Warplanes: Indian Army Gets A Taste

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October 9, 2018: The Indian Army has ordered several Israeli Spylite mini-UAVs from a newly created Indian firm. The army made this purchase using the small discretionary fund major commands have for emergency items. The Spylite purchase was considered an emergency because in Kashmir and on the Chinese border the Pakistani (Kashmir) and Chinese forces have small UAVs and the Indian forces do not. The army has made a formal request for 75 Skylite UAVs but that purchase could take years to makes its way through the Indian procurement bureaucracy, despite the fact that the request specified a small UAV that can operate at high altitudes and does everything else Spylite does. Meanwhile, the Israeli Spylite manufacturer entered into a partnership with an Indian firm earlier in the year to build Spylite in India with at least 50 percent of the components from Indian suppliers. Spylite already won a competition to demonstrate that it could operate reliably at high altitudes. This is something the Spylite has been doing since it was introduced in 2010.

The Spylite weighs 9.5 kg (21 pounds) and has a payload of 1.4 kg (three pounds). Max endurance is four hours and it can operate up to 50 kilometers from its controller. Spylite is launched with a portable catapult and lands via parachute. Spylite can be backpacked (in two 20 kg/44 pound loads) but is usually transported in a vehicle. The battery operated Spylite was designed to cope with high winds. This is a problem smaller UAVs (like the 2 kg Raven) have a lot of trouble with. For Spylite max altitude is 9,100 meters (30,000 feet) but for best results, it should operate at under 1,000 meters (3,100 feet). In other words, if ground fire is a big problem, Spylite can climb high enough (6,000 meters) to be safe. That high altitude capability made Spylite suitable for Indian border zones. Minimum speed is 60 kilometers an hour and max speed is 120 kilometers. It takes about 15 minutes to land one, replace the battery, and get it into the air again. The Spylite has a lot of real-world experience (in combat and civilian situations) and has flown over 35,000 sorties so far. Its day/night vidcams are gimbaled so they can be moved around quickly. The sensor software can automatically follow anything on the ground designated by the operator. There is also a special communication option that extends range (from the operator) to 120 kilometers. Spylite can be controlled by an operator in a moving vehicle. Spylite has been popular with police and border patrol organizations and has been used by the Israeli armed forces since its introduction.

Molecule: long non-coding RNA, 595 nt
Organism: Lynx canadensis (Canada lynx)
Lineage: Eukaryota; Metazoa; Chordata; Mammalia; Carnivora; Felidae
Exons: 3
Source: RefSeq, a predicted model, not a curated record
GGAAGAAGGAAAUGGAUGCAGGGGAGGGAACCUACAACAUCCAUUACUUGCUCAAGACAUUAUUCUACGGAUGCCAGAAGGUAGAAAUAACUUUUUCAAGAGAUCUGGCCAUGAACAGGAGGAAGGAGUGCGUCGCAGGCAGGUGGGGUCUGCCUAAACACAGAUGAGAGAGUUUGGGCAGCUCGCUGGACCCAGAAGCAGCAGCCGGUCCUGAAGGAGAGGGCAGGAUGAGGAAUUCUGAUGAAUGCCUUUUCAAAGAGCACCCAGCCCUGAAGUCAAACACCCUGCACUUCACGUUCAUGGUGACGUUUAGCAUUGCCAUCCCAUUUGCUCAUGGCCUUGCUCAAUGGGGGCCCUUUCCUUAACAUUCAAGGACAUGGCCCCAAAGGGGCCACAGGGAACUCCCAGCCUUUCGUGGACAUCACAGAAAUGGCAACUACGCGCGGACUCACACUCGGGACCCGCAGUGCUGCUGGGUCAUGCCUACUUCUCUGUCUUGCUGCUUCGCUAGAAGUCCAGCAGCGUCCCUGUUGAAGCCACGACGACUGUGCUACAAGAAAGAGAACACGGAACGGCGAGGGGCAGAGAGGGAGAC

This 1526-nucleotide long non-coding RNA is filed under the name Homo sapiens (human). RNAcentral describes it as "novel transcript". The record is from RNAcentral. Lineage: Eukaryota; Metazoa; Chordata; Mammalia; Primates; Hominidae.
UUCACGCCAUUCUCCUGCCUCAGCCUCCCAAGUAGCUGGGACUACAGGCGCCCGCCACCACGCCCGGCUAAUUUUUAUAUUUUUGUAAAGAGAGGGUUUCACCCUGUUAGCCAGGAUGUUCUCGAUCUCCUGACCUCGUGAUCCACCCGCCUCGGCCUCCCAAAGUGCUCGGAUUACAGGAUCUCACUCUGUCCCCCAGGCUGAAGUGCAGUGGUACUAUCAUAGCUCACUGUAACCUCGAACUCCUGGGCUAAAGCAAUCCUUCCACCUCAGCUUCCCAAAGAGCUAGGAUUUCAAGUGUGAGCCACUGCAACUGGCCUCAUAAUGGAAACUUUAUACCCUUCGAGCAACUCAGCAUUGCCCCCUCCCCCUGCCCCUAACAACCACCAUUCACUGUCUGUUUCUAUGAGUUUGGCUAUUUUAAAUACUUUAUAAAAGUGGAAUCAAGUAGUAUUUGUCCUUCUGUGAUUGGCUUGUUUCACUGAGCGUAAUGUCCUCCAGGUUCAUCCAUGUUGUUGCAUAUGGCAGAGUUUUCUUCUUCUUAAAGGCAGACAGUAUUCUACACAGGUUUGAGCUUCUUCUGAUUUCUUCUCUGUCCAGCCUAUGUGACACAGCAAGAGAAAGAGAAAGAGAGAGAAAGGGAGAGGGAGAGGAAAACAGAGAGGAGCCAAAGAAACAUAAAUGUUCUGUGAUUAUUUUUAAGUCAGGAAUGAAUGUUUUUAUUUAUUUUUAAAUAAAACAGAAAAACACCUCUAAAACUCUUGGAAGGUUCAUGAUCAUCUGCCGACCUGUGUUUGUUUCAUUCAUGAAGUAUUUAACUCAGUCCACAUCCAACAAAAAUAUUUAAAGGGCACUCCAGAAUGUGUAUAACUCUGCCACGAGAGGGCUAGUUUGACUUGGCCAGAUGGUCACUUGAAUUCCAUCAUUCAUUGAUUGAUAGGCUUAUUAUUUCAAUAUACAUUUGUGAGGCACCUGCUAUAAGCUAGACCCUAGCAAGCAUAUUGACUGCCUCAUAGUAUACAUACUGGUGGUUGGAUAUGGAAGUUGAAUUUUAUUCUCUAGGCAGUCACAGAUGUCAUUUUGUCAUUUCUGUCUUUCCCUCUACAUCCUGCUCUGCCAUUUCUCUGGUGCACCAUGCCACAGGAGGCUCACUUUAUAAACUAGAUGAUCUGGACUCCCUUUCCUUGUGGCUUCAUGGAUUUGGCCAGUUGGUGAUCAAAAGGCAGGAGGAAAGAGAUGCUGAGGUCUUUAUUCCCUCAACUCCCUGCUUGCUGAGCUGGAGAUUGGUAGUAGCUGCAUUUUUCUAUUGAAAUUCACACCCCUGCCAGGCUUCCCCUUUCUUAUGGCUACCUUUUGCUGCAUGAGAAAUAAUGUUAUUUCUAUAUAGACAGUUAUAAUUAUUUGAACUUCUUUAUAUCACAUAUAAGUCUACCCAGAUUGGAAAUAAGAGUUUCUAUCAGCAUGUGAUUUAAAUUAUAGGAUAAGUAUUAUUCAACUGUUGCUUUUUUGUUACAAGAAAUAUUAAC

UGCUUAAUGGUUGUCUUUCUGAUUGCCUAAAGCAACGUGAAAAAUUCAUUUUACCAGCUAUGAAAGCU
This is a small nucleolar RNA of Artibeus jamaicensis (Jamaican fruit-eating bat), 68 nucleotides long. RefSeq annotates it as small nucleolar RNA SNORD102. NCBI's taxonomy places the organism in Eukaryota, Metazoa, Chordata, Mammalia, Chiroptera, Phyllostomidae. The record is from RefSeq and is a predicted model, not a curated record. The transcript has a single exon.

In 2017 the Indian Army requested 600 small UAVs in 2017. These would be like Spylite and must be Indian made. It could take five years or more for this request to be acted on, which is a major problem for the Indian Army for all weapons requests.

The army need for these small UAVs is the same as in any other country. Most of the air support, including surveillance, comes from the air force. The problem is the air force has limited resources (even though the Indian Air Force has some large UAVs) and cannot always get an aircraft or helicopter into the air when the army needs some airborne surveillance. Smaller UAVs solve that problem and the Indian Army wants to apply the solution. That is difficult because of the slothful and obstructive military procurement system.

 


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